LED Inventor Speaks on its 50th Anniversary
It is a year of honors for University of Illinois Engineering and Physics Professor Nick Holonyak Jr. The inventor of the first light-emitting diode, or LED, addressed a crowd of students and faculty this week on the 50th anniversary of that innovation.
Uses for the LED include instrument panels and bike tail lights, to lasers than run CD and DVD players. But Holonyak credits many, including Nobel Prize-winning physicist John Bardeen, for bringing him back to campus, and helping make these and other innovations possible. And he sought to convince current students there’s always more to be done:
“I go back almost to the beginning of a very primitive thing called the transistor. And look what has happened? Enough to wipe out John, and wiping out me, and all that, and I see plenty for all of you to do. It’s not all in your head, it’s part of how willing you are to keep yourself going – not being too lazy physically or mentally.”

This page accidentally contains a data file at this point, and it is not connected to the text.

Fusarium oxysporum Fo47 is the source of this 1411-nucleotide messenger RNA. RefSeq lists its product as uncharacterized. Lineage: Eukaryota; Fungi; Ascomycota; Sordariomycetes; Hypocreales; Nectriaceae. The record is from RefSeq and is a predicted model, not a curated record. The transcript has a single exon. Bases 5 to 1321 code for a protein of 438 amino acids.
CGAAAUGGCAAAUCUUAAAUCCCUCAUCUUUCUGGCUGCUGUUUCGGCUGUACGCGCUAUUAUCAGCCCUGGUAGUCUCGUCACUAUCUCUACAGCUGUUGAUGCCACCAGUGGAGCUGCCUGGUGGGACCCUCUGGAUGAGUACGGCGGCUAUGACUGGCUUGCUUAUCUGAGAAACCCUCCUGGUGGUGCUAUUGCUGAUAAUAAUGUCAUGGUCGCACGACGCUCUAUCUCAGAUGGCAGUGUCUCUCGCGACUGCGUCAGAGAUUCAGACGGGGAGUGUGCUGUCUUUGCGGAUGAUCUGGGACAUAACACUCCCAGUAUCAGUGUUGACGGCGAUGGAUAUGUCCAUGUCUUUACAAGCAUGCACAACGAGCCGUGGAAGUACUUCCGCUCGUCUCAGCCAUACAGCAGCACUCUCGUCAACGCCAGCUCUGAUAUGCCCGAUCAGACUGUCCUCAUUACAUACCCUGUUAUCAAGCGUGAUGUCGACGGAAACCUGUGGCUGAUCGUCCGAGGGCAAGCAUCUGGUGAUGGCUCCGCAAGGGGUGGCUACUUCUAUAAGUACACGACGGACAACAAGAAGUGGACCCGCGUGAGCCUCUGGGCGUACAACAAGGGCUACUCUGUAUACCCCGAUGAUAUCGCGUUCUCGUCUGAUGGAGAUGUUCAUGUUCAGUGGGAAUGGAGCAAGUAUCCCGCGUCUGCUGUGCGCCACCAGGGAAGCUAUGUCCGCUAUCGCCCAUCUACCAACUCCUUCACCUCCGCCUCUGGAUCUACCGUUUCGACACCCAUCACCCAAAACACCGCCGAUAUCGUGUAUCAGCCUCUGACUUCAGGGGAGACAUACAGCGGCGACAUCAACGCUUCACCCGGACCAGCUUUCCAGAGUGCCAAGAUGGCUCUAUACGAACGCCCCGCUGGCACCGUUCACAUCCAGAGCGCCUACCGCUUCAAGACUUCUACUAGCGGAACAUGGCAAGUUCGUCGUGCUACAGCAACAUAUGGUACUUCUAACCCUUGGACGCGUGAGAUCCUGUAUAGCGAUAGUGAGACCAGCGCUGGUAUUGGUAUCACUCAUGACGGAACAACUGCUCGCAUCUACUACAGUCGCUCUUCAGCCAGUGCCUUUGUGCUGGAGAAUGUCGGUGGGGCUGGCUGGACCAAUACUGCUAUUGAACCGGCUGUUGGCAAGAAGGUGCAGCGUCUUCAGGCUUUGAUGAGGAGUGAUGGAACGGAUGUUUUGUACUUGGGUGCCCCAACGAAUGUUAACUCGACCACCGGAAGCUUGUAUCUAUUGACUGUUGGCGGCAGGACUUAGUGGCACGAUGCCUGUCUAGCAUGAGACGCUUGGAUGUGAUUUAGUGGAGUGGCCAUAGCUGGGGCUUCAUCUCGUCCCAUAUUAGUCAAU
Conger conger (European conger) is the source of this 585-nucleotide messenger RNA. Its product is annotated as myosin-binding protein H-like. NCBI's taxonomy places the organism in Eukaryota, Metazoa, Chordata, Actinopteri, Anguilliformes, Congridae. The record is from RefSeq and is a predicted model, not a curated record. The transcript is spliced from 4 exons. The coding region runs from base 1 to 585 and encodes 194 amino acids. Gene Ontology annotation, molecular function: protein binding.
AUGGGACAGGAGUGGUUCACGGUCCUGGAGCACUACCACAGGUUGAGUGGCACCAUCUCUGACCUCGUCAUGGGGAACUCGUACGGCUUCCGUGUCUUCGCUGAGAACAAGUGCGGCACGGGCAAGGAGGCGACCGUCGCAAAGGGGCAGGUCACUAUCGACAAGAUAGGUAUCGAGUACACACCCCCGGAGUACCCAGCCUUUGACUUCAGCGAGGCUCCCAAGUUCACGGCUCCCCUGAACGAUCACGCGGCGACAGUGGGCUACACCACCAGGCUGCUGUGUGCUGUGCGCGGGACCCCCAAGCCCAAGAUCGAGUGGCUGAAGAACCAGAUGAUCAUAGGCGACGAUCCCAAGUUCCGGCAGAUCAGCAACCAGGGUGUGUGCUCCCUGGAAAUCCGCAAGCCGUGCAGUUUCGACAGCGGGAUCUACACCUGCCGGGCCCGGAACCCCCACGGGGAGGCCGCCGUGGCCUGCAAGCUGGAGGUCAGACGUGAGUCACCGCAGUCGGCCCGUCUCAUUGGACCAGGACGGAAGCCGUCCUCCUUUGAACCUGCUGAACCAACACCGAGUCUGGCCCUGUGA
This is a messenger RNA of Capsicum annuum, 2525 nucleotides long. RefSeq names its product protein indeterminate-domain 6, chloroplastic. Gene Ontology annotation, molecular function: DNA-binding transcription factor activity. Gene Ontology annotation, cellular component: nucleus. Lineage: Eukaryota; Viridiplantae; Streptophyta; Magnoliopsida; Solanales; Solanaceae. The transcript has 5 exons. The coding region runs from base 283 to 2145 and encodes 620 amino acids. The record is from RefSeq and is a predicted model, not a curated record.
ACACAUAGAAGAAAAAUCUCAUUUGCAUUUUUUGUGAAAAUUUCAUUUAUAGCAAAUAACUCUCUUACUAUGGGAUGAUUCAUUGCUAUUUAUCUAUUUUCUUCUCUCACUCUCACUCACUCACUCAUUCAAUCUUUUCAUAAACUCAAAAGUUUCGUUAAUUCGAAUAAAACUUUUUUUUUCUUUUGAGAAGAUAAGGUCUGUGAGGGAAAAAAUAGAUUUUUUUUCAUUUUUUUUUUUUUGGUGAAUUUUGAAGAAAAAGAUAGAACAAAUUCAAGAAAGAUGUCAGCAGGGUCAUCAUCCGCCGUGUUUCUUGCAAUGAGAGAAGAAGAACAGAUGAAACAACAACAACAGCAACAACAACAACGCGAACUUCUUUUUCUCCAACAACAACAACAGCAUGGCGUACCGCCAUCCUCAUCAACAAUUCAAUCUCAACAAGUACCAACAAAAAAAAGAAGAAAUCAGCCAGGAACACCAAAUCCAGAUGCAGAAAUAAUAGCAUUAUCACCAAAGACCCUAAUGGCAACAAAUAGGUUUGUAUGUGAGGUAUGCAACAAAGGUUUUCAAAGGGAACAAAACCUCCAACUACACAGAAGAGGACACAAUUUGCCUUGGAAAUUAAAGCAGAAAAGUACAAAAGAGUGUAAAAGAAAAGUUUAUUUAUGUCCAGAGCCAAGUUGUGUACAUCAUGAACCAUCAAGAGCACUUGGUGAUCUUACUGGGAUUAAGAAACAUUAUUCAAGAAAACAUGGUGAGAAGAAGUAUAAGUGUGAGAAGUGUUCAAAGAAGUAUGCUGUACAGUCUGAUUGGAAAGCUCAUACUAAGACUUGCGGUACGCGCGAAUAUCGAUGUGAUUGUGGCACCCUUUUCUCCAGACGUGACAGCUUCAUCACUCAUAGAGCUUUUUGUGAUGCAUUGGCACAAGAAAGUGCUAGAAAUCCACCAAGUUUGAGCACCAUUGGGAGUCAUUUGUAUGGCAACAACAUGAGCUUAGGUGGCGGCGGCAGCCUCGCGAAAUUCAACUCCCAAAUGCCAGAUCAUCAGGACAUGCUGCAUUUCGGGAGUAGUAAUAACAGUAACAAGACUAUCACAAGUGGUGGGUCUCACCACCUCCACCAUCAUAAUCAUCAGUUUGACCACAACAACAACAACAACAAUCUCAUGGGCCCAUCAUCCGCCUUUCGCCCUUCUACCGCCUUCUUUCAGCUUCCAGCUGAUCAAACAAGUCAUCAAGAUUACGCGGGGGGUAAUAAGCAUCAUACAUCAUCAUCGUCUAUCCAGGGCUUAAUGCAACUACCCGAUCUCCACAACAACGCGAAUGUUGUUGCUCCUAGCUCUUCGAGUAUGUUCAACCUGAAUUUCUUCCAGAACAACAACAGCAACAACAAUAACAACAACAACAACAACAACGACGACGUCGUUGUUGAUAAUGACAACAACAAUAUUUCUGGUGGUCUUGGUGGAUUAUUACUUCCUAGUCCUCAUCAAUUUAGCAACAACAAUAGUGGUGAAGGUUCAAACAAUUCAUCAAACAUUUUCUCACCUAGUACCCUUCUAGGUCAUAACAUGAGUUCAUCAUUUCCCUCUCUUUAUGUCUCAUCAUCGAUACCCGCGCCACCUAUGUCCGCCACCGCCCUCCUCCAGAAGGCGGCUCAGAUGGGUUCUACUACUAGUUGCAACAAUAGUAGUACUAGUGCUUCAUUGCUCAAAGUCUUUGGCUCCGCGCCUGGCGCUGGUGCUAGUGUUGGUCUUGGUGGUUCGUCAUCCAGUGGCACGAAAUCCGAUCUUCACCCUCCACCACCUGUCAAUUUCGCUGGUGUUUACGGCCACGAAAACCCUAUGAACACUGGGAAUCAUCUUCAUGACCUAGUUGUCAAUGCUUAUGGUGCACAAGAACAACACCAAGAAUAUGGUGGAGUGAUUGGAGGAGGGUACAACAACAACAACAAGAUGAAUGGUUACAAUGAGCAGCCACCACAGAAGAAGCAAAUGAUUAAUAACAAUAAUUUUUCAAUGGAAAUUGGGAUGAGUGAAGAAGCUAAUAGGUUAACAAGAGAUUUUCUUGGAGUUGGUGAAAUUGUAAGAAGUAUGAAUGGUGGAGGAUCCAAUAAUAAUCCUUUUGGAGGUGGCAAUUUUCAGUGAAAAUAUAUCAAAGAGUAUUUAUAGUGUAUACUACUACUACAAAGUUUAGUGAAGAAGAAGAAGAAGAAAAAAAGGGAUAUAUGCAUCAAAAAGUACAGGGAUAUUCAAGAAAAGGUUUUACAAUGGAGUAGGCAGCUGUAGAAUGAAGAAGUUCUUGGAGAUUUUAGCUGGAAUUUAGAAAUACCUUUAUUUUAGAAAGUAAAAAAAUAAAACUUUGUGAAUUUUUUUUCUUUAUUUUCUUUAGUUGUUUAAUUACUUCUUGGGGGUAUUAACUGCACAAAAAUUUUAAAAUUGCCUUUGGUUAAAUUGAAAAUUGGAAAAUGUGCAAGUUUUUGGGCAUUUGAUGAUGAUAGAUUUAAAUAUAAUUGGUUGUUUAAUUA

-Nick Holonyak Jr., inventor of LED
The 83-year-old Holonyak took questions in front of more than 100 people at the U of I Tuesday. U of I Engineering Professor John Dallesassie was a student of Holonyak’s during the 1980’s:
“He has a true excitement about science and technology – to this day. He’s 83, turning 84 years old – it’s very hard for him to get around – yet every day, he comes into the building because he can talk to us about science, engineering, and technology because he just loves it. And he basically fills all the people that he interacts with with that same level of excitement.”
-John Dallasassie, former student of Holonyak
Holonyak will be honored again this month. Nobel Laureates will discuss his accomplishments at an LED symposium in Champaign October 24th and 25.
Illinois Public Radio's Jeff Bossert contributed to this report